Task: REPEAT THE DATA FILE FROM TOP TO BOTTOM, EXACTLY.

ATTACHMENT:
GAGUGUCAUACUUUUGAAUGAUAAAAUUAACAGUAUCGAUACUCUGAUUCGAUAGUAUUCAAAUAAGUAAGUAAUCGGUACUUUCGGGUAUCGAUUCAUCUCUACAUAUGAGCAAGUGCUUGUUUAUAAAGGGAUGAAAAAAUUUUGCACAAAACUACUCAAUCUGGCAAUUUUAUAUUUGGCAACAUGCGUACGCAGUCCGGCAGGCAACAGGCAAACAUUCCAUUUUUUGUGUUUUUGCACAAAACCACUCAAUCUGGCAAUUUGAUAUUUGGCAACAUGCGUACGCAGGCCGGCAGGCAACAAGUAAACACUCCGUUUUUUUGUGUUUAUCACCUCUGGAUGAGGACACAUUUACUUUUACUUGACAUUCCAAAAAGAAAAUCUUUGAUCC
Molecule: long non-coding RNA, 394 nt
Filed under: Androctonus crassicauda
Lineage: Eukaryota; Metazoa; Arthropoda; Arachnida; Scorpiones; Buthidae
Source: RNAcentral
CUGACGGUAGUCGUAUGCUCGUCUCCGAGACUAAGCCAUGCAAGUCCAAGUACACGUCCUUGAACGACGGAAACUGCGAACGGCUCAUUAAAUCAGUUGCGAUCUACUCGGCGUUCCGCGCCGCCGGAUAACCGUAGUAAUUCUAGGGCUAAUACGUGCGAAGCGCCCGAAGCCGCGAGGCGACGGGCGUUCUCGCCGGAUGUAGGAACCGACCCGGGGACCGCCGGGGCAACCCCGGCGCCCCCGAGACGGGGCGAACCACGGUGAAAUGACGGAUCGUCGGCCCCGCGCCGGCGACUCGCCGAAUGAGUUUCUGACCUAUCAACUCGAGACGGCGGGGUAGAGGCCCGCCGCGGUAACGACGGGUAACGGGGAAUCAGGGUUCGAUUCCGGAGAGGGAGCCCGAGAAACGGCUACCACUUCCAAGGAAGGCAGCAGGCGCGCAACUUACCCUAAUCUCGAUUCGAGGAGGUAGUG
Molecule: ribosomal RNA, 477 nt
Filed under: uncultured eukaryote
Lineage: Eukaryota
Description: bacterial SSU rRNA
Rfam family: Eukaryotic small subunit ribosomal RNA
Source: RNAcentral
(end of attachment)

GAGUGUCAUACUUUUGAAUGAUAAAAUUAACAGUAUCGAUACUCUGAUUCGAUAGUAUUCAAAUAAGUAAGUAAUCGGUACUUUCGGGUAUCGAUUCAUCUCUACAUAUGAGCAAGUGCUUGUUUAUAAAGGGAUGAAAAAAUUUUGCACAAAACUACUCAAUCUGGCAAUUUUAUAUUUGGCAACAUGCGUACGCAGUCCGGCAGGCAACAGGCAAACAUUCCAUUUUUUGUGUUUUUGCACAAAACCACUCAAUCUGGCAAUUUGAUAUUUGGCAACAUGCGUACGCAGGCCGGCAGGCAACAAGUAAACACUCCGUUUUUUUGUGUUUAUCACCUCUGGAUGAGGACACAUUUACUUUUACUUGACAUUCCAAAAAGAAAAUCUUUGAUCC
Molecule: long non-coding RNA, 394 nt
Filed under: Androctonus crassicauda
Lineage: Eukaryota; Metazoa; Arthropoda; Arachnida; Scorpiones; Buthidae
Source: RNAcentral
CUGACGGUAGUCGUAUGCUCGUCUCCGAGACUAAGCCAUGCAAGUCCAAGUACACGUCCUUGAACGACGGAAACUGCGAACGGCUCAUUAAAUCAGUUGCGAUCUACUCGGCGUUCCGCGCCGCCGGAUAACCGUAGUAAUUCUAGGGCUAAUACGUGCGAAGCGCCCGAAGCCGCGAGGCGACGGGCGUUCUCGCCGGAUGUAGGAACCGACCCGGGGACCGCCGGGGCAACCCCGGCGCCCCCGAGACGGGGCGAACCACGGUGAAAUGACGGAUCGUCGGCCCCGCGCCGGCGACUCGCCGAAUGAGUUUCUGACCUAUCAACUCGAGACGGCGGGGUAGAGGCCCGCCGCGGUAACGACGGGUAACGGGGAAUCAGGGUUCGAUUCCGGAGAGGGAGCCCGAGAAACGGCUACCACUUCCAAGGAAGGCAGCAGGCGCGCAACUUACCCUAAUCUCGAUUCGAGGAGGUAGUG
Molecule: ribosomal RNA, 477 nt
Filed under: uncultured eukaryote
Lineage: Eukaryota
Description: bacterial SSU rRNA
Rfam family: Eukaryotic small subunit ribosomal RNA
Source: RNAcentral